Rick Scotts latest ad is as fraudulent as the massive Medicare scam that took place on his watch as the disgraced former CEO of Columbia/HCA, shot back Matt Williams, McCollums campaign manager. Considering Bill McCollum was the person responsible for referring the information to the Florida Department of Law Enforcement that led to a criminal investigation and, ultimately, Jim Greers arrest, Floridians will see right through Rick Scott for the fraud that he is.

The irony in Rick Scotts latest ad is that he possesses many of the same character traits as disgraced former Republican Party Chairman Jim Greer, added Williams. Like Jim Greer, Rick Scott has been the subject of endless allegations of fraud and criminal acts.

The Florida First Initiative, a 527 organization supporting McCollum, fired back on Tuesday with an ad of their own bashing Scott.

The ad hammers Scott for not releasing his deposition in a case involving Solantic Urgent Care, a company in which the gubernatorial hopeful is an investor. In a not-particularly-subtle maneuver the ad closes by listing Scotts name -- with the c and the o being represented by a pair of handcuffs.

State CFO Alex Sink, the overwhelming favorite to be the Democratic gubernatorial candidate, launched her first TV ad of the campaign earlier in the week. Hoping to take advantage of voters being turned off by the bitter Republican contest, Sinks ad features two actors who vaguely resemble the GOP hopefuls bickering with one another while the CFO pledges to fight for Floridians.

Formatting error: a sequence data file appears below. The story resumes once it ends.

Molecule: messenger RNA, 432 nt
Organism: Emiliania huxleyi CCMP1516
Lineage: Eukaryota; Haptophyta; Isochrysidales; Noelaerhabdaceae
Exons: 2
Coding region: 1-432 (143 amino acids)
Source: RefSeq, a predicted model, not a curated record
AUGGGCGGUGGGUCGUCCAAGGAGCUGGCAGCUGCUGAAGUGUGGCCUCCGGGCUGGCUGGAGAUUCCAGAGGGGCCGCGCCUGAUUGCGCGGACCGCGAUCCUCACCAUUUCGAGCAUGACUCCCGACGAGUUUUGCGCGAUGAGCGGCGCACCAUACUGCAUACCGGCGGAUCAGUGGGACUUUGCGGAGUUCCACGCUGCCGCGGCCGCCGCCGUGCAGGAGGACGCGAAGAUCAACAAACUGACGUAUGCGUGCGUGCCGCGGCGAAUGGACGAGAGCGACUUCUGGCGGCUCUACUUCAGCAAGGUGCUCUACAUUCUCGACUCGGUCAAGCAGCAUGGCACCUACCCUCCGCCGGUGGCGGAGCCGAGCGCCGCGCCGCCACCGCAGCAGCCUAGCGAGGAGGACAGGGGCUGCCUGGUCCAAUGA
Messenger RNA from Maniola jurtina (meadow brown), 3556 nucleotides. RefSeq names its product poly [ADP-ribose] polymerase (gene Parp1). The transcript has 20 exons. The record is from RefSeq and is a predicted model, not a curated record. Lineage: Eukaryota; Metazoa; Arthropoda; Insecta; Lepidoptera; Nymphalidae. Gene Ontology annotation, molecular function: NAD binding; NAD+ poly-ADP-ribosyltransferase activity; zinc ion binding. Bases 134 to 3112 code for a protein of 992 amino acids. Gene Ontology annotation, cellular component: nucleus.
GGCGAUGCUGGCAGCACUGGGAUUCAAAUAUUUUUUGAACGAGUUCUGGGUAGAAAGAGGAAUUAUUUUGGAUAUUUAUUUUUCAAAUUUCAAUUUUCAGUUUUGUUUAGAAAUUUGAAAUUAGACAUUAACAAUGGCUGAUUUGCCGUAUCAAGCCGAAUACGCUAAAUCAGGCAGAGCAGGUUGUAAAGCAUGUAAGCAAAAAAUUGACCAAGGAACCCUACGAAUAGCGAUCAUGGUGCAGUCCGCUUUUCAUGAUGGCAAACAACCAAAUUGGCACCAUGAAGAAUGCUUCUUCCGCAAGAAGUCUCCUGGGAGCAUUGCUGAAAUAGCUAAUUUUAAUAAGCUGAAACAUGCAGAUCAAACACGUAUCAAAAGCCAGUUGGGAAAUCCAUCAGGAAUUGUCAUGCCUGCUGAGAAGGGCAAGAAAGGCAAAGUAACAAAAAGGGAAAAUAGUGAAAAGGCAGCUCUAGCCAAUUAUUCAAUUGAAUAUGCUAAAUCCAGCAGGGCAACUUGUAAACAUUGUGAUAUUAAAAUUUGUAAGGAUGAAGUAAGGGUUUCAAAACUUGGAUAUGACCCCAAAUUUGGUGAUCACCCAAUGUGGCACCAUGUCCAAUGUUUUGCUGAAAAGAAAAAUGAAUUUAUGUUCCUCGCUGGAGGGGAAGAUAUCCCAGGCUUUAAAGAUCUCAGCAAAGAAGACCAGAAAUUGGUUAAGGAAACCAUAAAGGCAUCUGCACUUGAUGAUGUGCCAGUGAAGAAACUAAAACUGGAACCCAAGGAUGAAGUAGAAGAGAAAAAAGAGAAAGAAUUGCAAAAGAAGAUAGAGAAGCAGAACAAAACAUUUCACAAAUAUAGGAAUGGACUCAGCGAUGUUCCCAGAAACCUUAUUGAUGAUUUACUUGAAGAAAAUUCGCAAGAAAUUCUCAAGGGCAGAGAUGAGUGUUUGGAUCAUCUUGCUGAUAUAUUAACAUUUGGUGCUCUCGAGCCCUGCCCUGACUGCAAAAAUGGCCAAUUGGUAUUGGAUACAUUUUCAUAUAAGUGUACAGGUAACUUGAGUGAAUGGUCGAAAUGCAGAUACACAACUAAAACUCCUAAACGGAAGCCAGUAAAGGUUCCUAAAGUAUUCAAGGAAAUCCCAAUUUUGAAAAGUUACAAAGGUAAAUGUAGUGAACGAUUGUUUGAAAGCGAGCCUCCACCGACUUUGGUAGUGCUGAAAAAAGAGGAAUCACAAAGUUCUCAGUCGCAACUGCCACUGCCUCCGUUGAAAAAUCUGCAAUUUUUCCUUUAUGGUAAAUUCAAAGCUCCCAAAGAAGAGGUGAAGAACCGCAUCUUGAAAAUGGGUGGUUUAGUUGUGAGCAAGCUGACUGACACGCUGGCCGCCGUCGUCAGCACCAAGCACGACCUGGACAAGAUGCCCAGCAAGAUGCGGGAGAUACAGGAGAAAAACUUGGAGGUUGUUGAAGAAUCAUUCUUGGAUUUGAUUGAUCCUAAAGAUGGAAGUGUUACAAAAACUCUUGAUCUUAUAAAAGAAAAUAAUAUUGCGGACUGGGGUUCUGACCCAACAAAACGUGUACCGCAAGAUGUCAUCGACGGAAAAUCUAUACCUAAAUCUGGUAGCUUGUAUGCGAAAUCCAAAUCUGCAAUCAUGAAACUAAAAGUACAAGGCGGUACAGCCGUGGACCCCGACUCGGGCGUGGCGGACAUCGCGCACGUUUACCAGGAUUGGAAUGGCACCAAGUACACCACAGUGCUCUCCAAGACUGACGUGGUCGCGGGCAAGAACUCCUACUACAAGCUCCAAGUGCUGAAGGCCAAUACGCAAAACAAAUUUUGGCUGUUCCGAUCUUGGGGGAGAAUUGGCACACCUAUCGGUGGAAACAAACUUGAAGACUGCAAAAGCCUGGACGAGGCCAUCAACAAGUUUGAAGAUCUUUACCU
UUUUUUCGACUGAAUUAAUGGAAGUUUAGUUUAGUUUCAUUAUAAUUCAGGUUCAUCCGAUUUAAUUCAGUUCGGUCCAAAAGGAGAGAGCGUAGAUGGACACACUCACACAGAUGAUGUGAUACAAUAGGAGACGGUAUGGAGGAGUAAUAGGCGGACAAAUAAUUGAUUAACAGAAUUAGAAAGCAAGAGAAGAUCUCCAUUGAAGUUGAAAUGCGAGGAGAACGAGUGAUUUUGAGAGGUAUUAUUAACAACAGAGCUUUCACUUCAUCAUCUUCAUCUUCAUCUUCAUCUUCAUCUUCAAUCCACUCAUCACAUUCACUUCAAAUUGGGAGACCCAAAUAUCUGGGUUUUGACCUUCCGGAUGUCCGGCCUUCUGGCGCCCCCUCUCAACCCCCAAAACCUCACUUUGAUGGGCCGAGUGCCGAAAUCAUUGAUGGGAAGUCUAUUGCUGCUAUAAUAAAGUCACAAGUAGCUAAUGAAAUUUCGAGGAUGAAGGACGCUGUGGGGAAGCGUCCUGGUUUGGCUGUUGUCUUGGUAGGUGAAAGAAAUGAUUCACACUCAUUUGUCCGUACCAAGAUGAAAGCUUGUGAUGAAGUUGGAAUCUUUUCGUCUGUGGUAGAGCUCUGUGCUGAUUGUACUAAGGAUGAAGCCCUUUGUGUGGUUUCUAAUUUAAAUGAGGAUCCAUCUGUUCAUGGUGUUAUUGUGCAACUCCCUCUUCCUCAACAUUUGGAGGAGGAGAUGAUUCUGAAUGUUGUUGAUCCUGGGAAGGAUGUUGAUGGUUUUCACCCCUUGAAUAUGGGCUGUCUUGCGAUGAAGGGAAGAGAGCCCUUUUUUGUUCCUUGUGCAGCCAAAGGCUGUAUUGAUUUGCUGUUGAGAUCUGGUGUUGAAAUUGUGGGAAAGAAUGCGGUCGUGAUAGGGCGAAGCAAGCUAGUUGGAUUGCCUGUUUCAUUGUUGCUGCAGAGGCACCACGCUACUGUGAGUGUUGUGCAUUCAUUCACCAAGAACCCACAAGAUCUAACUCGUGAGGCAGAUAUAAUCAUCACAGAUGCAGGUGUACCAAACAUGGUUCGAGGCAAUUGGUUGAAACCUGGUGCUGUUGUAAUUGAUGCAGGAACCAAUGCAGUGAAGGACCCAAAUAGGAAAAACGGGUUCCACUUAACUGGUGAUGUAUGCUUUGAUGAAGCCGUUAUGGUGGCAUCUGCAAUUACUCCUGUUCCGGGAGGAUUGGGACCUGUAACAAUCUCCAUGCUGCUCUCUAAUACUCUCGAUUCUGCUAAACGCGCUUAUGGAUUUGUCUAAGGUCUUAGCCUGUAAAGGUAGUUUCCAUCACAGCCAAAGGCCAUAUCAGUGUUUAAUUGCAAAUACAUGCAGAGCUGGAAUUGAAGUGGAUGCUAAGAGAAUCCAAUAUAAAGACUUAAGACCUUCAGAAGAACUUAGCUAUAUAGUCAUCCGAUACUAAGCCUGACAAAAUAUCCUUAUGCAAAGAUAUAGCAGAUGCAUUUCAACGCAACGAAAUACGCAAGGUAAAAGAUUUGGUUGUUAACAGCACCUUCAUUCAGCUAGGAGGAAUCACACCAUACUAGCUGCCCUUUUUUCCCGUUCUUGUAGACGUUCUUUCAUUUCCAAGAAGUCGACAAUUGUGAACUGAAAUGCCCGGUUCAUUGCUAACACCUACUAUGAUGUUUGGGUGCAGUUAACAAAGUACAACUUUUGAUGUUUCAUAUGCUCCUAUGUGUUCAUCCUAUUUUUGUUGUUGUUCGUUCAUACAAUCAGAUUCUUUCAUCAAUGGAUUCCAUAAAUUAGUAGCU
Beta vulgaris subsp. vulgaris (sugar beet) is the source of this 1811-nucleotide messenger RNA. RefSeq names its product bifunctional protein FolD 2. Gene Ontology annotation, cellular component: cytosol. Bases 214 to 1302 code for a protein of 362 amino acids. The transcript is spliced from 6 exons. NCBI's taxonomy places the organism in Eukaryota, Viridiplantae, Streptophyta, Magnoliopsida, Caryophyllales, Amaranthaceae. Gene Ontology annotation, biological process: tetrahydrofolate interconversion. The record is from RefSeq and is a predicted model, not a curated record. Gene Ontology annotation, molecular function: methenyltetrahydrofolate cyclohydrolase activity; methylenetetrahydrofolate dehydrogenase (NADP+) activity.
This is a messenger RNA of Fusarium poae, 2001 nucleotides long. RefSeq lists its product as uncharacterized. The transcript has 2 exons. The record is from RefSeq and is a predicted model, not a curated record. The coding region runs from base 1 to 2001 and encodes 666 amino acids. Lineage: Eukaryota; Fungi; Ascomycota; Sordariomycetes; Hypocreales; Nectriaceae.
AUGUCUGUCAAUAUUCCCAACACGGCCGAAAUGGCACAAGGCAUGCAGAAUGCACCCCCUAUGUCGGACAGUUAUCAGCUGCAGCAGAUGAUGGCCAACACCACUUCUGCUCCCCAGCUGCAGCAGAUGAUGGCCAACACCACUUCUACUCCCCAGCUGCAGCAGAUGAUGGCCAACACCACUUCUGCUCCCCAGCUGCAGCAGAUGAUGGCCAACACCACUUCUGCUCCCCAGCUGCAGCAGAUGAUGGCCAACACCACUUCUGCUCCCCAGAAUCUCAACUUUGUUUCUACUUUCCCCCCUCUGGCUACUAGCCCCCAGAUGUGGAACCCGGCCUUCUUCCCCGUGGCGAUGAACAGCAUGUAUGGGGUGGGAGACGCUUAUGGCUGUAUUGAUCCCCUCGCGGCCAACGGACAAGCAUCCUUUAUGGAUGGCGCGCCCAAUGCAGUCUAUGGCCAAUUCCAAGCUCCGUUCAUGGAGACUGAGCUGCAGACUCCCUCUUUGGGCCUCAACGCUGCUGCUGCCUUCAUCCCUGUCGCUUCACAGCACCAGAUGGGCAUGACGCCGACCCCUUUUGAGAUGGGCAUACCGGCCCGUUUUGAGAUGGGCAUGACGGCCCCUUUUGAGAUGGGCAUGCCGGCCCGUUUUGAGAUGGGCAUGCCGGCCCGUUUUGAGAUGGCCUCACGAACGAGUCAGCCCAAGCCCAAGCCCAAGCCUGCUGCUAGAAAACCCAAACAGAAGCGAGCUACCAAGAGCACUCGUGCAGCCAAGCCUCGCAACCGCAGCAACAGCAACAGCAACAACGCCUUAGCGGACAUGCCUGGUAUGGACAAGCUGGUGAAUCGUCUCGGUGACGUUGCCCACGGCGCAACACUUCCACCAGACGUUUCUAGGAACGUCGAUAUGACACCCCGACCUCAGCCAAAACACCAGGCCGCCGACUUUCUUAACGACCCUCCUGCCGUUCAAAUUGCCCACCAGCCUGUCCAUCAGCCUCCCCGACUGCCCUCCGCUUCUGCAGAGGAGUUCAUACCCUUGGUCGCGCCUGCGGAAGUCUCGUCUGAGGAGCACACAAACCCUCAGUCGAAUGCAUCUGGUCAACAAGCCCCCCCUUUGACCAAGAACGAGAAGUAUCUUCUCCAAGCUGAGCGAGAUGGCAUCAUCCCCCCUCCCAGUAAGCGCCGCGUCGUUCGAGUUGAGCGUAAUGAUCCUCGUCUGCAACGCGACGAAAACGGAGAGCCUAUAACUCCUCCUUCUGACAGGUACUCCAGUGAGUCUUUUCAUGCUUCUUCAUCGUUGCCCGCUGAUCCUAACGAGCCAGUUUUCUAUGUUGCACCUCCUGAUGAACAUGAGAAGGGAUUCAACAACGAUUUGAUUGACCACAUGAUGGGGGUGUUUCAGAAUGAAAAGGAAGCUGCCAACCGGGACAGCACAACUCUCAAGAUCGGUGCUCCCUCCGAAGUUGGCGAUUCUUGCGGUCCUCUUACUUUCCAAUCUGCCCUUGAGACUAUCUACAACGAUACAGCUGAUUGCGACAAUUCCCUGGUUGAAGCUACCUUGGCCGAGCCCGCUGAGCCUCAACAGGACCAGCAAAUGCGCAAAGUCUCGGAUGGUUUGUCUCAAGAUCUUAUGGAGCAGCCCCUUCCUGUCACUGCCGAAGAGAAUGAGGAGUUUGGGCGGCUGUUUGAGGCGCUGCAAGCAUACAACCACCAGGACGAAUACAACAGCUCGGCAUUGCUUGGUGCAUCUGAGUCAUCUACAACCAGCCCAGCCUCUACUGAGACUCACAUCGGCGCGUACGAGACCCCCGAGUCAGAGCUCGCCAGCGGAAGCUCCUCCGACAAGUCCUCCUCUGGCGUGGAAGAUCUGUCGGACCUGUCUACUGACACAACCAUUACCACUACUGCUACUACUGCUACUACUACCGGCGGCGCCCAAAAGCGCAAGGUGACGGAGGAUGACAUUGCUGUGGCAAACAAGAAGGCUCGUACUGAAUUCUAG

My opponents have spent their time attacking each other and me, instead of talking about how they will attack the very real challenges facing our state, wrote Sink in a statement on the release of the ad. And I'm calling them on it!

Of course, the Republicans fired back on Tuesday -- running a website and a new commercial attacking Sink.

The Floridas Future Fund (FFF), which is associated with the Republican Governors Association (RGA), launched a new website attacking Sink for her record at NationsBank and Bank of America. The FFF maintained that Sink oversaw at least 6,000 Floridians losing their jobs when NationsBank bought out Barnett Bank.

The RGA and the FFF launched a 15-second ad, blasting Sink for the loss of those jobs while accepting more than $8 million in salary and bonuses.

The more Floridians know about Alex Sinks disastrous tenure as a bank president, the better they understand that she would be an even worse failure as governor of Florida, said Tim Murtaugh, a spokesman for the RGA.Alex Sink eliminated thousands of Florida jobs and in this economic climate, Florida simply cant afford to put her in charge.

The Sink camp quickly responded on Tuesday, with Shellie Levin, who serves as Sinks deputy campaign manager, sending out an e-mail to supporters, attacking the ad.

Alex's new ad has only been on the air for one day, wrote Levin. And already a Republican front group called Florida's Future Fund has started running a false and misleading TV ad attacking her.

We knew the attacks were coming, but never this soon -- it's clear the Republicans think the only way for them to win is if they drag Alex down to their level, continued Levin.

Levin should have known the attacks were coming. They're as much a part of Florida as oranges, sunny days and tourists visiting the forts lining the First Coast where Menendez and Ribault feuded 445 years ago.

Reach Kevin Derby at kderby@sunshinestatenews.com or at (850) 727-0859.